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  1. This sounds like a great book. I hope that Eslanda Cardozo Goode Robeson finally gets the recognition she deserves from the civil rights movement, the feminist movement and the mass media. It’s too bad her husband was so unfaithful.

  2. Emily Musil Church says:

    I am so excited to read this biography on Eslanda Goode Robeson. The author, Dr. Barbara Ransby is a model scholar-teacher-activist, and her book on Ella Baker & the Black Freedom Movement was outstanding.

  3. Judy Highfill says:

    Can’t wait to read this! From what I know of Paul Robeson he was an amazing man, and now he seems doubly great to have married such a woman. (What I remember most is from a folksong about his singing “Joe Hill” for the construction workers building the Sydney [Australia] Opera House in 1960 when he was there, thinking he’d better sing [outdoors] right then and there, because he’d probably not be back again soon; he died in 1976.) For Eslanda Goode Robeson to have been born in 1895 and married in 1920 a man with so many athletic, musical, acting, political, and other extraordinary talents, and then to have travelled the world and known so many men and women who were influential, as she was, in the civil rights movement for African American men, and all women, well, it’s an amazing feat… and I’m eager to learn more about her.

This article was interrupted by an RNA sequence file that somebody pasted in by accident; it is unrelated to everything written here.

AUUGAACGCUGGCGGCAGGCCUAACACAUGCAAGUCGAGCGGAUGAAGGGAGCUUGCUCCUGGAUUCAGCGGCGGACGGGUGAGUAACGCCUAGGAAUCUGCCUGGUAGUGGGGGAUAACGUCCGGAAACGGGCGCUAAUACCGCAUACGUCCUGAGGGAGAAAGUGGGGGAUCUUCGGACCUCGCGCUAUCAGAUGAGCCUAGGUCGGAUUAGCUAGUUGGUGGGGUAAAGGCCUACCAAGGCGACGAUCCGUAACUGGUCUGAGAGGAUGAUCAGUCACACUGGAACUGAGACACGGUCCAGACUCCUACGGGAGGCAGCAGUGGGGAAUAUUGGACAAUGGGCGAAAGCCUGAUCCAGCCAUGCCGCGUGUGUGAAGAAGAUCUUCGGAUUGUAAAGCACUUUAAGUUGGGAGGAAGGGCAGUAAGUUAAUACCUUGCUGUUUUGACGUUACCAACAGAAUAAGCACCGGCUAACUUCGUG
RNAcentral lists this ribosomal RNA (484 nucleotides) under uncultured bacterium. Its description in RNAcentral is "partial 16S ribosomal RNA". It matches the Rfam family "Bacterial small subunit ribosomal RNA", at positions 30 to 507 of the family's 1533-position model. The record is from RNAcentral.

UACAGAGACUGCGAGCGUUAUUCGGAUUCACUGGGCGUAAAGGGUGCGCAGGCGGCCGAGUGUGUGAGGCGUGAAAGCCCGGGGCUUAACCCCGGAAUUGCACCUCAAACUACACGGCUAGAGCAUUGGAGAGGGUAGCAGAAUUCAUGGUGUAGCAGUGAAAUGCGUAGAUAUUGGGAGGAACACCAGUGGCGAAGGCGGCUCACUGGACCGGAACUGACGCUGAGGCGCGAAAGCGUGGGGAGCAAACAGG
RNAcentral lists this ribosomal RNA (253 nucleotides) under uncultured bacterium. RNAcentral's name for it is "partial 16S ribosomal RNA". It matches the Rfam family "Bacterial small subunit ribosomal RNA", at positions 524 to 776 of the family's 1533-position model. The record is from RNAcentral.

Having recently had the good fortune to hear two speakers for African-American and women’s rights–SANDRA FLUKE (who recently passed her bar exam–and I wouldn’t be surprised if we were one day voting for her for U.S. Sec. of State, or even President–but now most renowned for her testimony before Congressmen recently on women’s health care needs under the Affordable Care Act, and then rebuked by well-known conservatives, including one of the worst, whose name I will not mention) and ANITA HILL (whose two books I am also avidly reading: the first, “Speaking Truth To Power,” [1991] on her renowned testimony before Congressmen [also rebuked by them] about sexual harassment from the Supreme Court nominee [who, of course, was passed with flying colors!; who’d believe a woman, anyway??!!] and the latter book, “Reimagining Equality: Stories of Gender, Race and Finding Home,” recently published and now available…I am proud to have met these women, and wish I could have met Mrs. Robeson…though I’m sure I will immensely enjoy reading this biography, including both her joys, and her sorrows, which all of us compassionate and passionate women can undoubtedly identify with, whatever our age or color.

  4. eslanda goode says:

    On behalf of my late father, Essie’s brother Frank Goode, and myself I want to express my utmost joy and gratitude to the author of my aunt’s biography. This book came as a long-deserved tribute to the outstanding woman with many talents and great achievements quite comparable to those of her great husband, my uncle Paul. I owe her my name ( the name of many women in my ancestry, but I was named after her by my father who admired his sister and was very close to her throughout the years and distances). Now we, Frank’s 2 children and 6 grandchildren feel even more pride and inspiration.
    I think it is time for me to write about my father’s (Essie’s brother) life. He died in 1967, 2 years after his beloved sister. And I’ve been missing him and thinking about his life and choices since I lost him at age 17. I came to the US in 1990, taught at Lincoln University of PA, and soon will be retired from Public Schools of DE.

    Eslanda Goode Ramos
    Thank you for the inspiration.